Results Top

A total of 400 subjects were selected to participate in the study: 110 men and 290 women. The subjects were divided into the following age groups: <14 years old, 15–24 years old, 25–34 years old, 35–44 years old, 45–54 years old, 55–64 years old, and 65–74 years old [Table 1]. The highest number of subjects was found in the age group of 25–34 years old(128 people [32%]).
Table 1: Characteristics of study subjects (n = 400)

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The oral hygiene level (OHI-S) included in the good category was found in 66 subjects (16.5%), fair in 272 subjects (68%), and poor in 62 subjects (15.5%) [Table 2]. On the basis of the gender, the oral hygiene level of males was good in 10.9%, fair in 70.9%, and poor in 18.2%; however in females, the oral hygiene level was good in 18.6%, fair in 66.9%, and poor in 14.5%.
Table 2: OHI-S score based on age group

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[Table 3] shows the distribution of the subjects based on age groups according to the CPITN index criteria. Among all 400 subjects, 4 subjects had bleeding on probing, 217 had calculus around their teeth, 173 had a shallow pocket, and 6 had a deep pocket. The percentage of the shallow and deep pockets increases along with age, thus indicating that periodontal disease is associated with age. The percentage of CPITN index for the presence of calculus in men (60.9%) was found to be higher than women (51.7%). However, the shallow and deep pockets were found to be higher in women than men. The frequency of brushing teeth and age were significantly associated with OHI-S score (P< 0.05), whereas age and sex (male, female) were significantly associated with CPITN score (P< 0.05) in multivariate analysis [Table 4] and [Table 5].
Table 3: CPITN score based on age group

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Table 4: Multiple regression OHI-S with several independent variable

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Table 5: Multiple regression CPITN with several independent variable

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  Discussion Top

Oral hygiene status as measured by the amount of supragingival plaque has been consistently shown by cross-sectional studies to have a significant effect on periodontal health.[16],[17] In this study, majority of the subjects had a fair level of oral hygiene (66%). This result was reflected by the good level of oral health knowledge; mostly brushed their teeth twice a day, although the level of dental visits was still rare. On the basis of the gender, the oral hygiene level of males was worse than females. This result may be reflected by the male’s lack of awareness regarding the importance of oral health as compared with female, and most male participants (72.7%) also had smoking habits.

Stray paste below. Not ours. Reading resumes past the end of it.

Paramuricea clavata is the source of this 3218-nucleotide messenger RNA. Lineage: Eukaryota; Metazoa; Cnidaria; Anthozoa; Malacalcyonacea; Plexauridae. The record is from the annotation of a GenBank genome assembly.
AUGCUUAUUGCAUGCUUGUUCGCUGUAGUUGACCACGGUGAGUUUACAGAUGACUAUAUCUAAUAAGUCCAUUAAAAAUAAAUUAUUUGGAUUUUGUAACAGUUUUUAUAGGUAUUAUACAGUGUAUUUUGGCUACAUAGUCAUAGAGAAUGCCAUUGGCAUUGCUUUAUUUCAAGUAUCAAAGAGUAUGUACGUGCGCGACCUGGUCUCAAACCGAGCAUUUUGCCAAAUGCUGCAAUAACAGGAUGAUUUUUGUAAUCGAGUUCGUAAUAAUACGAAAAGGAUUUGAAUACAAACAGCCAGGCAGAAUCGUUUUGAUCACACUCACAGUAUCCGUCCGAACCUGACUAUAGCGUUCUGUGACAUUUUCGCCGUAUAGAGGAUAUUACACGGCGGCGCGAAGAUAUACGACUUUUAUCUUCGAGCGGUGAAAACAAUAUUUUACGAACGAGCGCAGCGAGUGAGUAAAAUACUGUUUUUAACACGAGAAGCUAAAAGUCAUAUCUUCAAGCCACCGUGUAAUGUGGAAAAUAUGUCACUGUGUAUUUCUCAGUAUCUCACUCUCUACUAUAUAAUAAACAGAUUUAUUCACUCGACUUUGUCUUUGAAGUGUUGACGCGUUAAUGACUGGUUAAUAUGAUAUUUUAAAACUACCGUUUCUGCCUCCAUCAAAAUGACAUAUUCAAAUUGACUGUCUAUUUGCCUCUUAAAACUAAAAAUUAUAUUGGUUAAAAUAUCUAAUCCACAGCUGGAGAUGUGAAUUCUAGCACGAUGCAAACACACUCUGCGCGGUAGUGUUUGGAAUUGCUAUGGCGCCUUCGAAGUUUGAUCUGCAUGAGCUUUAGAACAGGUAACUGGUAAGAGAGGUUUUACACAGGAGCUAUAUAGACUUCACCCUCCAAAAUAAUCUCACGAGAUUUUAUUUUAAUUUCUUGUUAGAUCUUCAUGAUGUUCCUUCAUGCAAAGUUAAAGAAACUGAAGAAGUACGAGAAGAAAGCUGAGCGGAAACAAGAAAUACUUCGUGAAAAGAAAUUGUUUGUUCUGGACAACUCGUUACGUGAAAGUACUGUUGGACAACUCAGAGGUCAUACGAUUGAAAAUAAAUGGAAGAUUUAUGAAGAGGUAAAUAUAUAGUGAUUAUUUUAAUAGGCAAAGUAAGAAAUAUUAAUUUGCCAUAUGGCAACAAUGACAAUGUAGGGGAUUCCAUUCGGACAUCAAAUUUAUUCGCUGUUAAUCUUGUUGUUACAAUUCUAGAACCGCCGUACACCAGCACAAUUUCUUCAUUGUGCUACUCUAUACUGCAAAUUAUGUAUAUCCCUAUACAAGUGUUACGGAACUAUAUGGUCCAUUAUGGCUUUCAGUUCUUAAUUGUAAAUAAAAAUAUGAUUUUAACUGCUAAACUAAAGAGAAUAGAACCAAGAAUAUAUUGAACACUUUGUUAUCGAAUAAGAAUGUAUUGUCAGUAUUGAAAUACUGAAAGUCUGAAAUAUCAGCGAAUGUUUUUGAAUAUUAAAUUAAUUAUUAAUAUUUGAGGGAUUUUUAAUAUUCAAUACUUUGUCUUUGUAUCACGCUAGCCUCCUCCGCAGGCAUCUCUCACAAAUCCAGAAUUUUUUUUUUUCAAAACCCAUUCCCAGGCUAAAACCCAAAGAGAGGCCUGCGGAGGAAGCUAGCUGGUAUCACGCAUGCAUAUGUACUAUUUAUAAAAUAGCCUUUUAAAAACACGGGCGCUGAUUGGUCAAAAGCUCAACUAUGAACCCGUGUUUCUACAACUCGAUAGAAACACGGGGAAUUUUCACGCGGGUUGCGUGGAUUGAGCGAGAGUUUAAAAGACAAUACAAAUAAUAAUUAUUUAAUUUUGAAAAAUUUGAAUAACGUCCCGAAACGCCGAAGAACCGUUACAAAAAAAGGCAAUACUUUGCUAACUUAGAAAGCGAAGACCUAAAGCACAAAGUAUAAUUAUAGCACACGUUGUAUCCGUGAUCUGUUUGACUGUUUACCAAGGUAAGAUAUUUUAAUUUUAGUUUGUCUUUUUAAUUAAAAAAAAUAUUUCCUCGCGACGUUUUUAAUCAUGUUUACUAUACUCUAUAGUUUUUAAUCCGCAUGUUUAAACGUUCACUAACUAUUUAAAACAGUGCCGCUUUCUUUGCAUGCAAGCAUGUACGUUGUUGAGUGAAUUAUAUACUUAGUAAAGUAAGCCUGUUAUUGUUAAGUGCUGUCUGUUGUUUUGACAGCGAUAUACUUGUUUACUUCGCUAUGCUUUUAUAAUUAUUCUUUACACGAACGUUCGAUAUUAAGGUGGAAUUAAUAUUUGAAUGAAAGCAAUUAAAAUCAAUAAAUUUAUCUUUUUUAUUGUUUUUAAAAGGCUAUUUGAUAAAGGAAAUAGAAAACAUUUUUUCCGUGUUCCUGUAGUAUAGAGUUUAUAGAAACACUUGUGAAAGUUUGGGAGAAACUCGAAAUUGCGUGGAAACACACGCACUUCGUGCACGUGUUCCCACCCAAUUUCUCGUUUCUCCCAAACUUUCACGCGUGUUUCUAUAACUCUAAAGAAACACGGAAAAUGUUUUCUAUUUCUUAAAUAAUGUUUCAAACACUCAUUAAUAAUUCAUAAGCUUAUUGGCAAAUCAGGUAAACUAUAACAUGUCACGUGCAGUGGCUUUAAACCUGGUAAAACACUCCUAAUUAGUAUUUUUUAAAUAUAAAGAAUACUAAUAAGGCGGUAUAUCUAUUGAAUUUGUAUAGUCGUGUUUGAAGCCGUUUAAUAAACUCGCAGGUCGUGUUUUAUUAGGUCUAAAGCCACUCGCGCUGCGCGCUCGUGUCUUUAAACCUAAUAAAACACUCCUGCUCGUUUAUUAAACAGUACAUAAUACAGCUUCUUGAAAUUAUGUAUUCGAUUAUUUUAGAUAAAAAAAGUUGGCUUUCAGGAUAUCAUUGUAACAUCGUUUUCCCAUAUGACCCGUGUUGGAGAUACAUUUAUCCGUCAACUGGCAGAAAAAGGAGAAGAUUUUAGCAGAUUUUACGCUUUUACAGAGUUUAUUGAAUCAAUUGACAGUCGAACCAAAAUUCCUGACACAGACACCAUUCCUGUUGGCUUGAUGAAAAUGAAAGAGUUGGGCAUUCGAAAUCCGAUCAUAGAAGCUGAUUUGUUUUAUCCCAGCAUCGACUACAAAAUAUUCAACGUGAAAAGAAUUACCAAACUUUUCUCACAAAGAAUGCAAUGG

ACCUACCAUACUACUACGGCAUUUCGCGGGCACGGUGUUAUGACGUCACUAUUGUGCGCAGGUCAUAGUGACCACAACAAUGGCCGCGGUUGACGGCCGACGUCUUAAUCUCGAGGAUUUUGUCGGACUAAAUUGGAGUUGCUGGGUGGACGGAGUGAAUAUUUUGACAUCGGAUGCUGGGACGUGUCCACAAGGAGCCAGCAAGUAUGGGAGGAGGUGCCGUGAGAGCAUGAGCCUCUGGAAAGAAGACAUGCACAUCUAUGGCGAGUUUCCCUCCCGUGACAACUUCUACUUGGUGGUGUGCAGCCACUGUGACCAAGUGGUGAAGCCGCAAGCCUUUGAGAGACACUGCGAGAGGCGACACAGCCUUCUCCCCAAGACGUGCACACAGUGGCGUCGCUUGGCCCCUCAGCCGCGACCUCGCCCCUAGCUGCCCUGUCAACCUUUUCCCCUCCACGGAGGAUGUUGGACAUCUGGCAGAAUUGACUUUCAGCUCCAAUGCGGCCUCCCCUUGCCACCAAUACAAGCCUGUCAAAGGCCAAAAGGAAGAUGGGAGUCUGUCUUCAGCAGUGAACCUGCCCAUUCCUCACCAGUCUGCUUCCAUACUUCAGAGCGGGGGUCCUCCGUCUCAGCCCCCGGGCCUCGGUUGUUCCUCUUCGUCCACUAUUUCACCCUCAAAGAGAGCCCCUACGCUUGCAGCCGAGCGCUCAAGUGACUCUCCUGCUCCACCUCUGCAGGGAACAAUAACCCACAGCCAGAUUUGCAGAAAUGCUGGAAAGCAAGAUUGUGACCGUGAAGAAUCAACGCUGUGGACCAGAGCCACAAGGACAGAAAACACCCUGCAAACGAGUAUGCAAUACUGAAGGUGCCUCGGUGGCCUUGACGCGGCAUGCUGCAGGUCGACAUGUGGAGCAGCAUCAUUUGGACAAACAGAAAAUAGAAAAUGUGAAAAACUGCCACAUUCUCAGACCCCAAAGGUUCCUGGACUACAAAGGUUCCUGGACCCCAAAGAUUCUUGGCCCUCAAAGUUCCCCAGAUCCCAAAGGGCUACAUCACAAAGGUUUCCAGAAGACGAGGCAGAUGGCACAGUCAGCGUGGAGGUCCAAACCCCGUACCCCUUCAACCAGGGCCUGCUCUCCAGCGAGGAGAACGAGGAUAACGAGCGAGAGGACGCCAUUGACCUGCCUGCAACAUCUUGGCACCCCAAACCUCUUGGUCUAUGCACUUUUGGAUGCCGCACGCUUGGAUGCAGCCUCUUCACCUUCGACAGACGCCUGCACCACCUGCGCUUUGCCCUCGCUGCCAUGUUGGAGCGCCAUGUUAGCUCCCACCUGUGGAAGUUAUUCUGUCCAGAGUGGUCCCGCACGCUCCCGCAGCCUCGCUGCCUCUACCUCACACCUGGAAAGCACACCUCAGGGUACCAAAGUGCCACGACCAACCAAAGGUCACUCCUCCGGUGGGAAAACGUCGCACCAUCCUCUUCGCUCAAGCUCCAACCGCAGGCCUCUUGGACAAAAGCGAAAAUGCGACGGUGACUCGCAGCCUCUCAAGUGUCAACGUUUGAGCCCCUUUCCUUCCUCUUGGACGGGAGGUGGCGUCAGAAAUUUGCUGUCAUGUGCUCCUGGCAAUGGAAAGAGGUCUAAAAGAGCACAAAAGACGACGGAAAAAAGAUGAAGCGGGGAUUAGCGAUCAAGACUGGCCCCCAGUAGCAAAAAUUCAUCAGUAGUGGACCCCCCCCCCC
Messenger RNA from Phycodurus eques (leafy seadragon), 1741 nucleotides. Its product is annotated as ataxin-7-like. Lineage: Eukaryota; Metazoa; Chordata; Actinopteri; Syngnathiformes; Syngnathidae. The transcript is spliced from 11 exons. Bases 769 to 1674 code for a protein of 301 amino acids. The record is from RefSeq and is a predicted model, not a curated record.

Periodontal disease is an inflammatory disease of periodontal tissue caused by plaque bacteria. Several risk factors and indicators have been associated with the occurrence of destructive forms of periodontal diseases. There is much evidence that cigarette smoking and diabetes mellitus are important risk factors for clinical attachment loss. Other risk factors, including age, gender, race, socioeconomic status, and specific subgingival bacteria, are also associated with periodontal disease.[18] Smoking habit is one of the risk factors with a large influence on the progression of periodontal disease.[19] Cigarette smoking, nicotine, and its byproducts have a vasoconstrictive effect. They may be reducing the functionalactivity of leukocytes and macrophages in the saliva and crevicular fluid, as well as decreasing chemotaxis and phagocytosis of blood and tissue polymorphonuclear (PMN) leukocytes, thereby likely depressing phagocyte- mediated protective responses to periodontal pathogens, reducing the oxidation-reduction potentials (Eh) and increasing the proportion of anaerobic bacteria in dental plaque.[20]

The results of this study showed that the prevalence and severity of periodontal disease increases with age. This is in line with previous studies which stated that the severity of periodontal disease increases because of the untreated cumulative effect of disease process over a period of time instead of aging process.[21],[22] The extent and severity of periodontal disease were shown to be different in different age groups and the general trend observed in the majority of the studies had increasing severity with age.[23] The prevalence and severity of periodontitis increases with age, generally affecting both sexes equally. Periodontitis as an age-related disease, not age related. It is not the age of the individual that causes an increase in disease prevalence, but rather the length of time periodontal tissue that is challenged by chronic plaque accumulation.[24],[25]